Some of you may be familiar with power tools, thus it may be tempting to use them to shorten your mouthpieces. If you own a lathe, please take the proper precautions and time to create a suitable and safe work holding scenario before attempting to cut the end of a mouthpiece. The lateral forces of removing metal at the end of a chucked mouthpiece are significant and there is a very real possibility that it could be ripped out of the chuck and across the room, possibly injuring you or someone nearby.
Should you feel the need to use power tools, please only do so if you are truly qualified and understand how to do this safely. In place of a lathe, which I do no recommend for this purpose, a table top disc sander is a great alternative. I am not speaking of a hand held disc sander, only a table or floor mounted sander is safe for this purpose. You must again create a jig or work holding solution to achieve a square cut. Cut a perfectly square wood block approximately 4 x 2 x 1 inches and drill a hole just large enough to fit the shank of the mouthpiece through at the correct height to squarely trim the end. Use this jig in conjunction with a square guide way on the table of your disc sander and grind away. Remember, measure twice and grind once. Please use common sense and only perform work in a safe environment. If you do not understand how to use a power tool, please use a hand file instead. It is safer and you won't lose any fingers that way!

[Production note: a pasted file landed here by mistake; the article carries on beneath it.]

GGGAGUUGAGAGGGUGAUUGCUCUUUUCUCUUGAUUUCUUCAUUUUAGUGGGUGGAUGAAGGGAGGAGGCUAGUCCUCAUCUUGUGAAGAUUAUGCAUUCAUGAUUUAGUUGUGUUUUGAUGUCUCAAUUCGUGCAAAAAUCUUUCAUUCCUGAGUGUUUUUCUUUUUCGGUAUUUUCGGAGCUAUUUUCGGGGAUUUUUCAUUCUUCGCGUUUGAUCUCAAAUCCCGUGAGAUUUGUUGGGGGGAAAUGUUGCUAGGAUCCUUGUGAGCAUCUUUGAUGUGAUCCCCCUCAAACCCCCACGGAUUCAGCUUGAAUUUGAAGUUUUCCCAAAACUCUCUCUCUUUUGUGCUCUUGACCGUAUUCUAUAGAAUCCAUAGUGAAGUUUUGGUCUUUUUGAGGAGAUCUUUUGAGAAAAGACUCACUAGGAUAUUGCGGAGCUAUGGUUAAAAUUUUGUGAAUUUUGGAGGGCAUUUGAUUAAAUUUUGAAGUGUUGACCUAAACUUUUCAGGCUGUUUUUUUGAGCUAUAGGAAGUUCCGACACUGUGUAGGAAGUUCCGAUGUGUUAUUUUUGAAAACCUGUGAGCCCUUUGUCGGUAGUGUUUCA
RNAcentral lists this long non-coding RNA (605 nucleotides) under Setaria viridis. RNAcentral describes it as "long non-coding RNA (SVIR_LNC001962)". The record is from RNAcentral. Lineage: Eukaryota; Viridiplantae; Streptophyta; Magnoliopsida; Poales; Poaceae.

3/4/2013 09:08:28 pm
i have at bengie 65 and i like to try at mouth piece 5cw how mucch is the cost
3/14/2013 12:17:53 am
These are great informative articles Jason, so many players do not understand how really important the mouthpiece gap is and how it effects performance...
7/28/2013 10:15:31 pm
Jason you are great!!! THANK YOU!!!!!!
12/17/2013 03:31:31 am
muy buenos consejos ! gracias !
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Inventor, Musician, Educator and Founder of Harrelson Trumpets, Trumpet Momentum and Harrelson Momentum.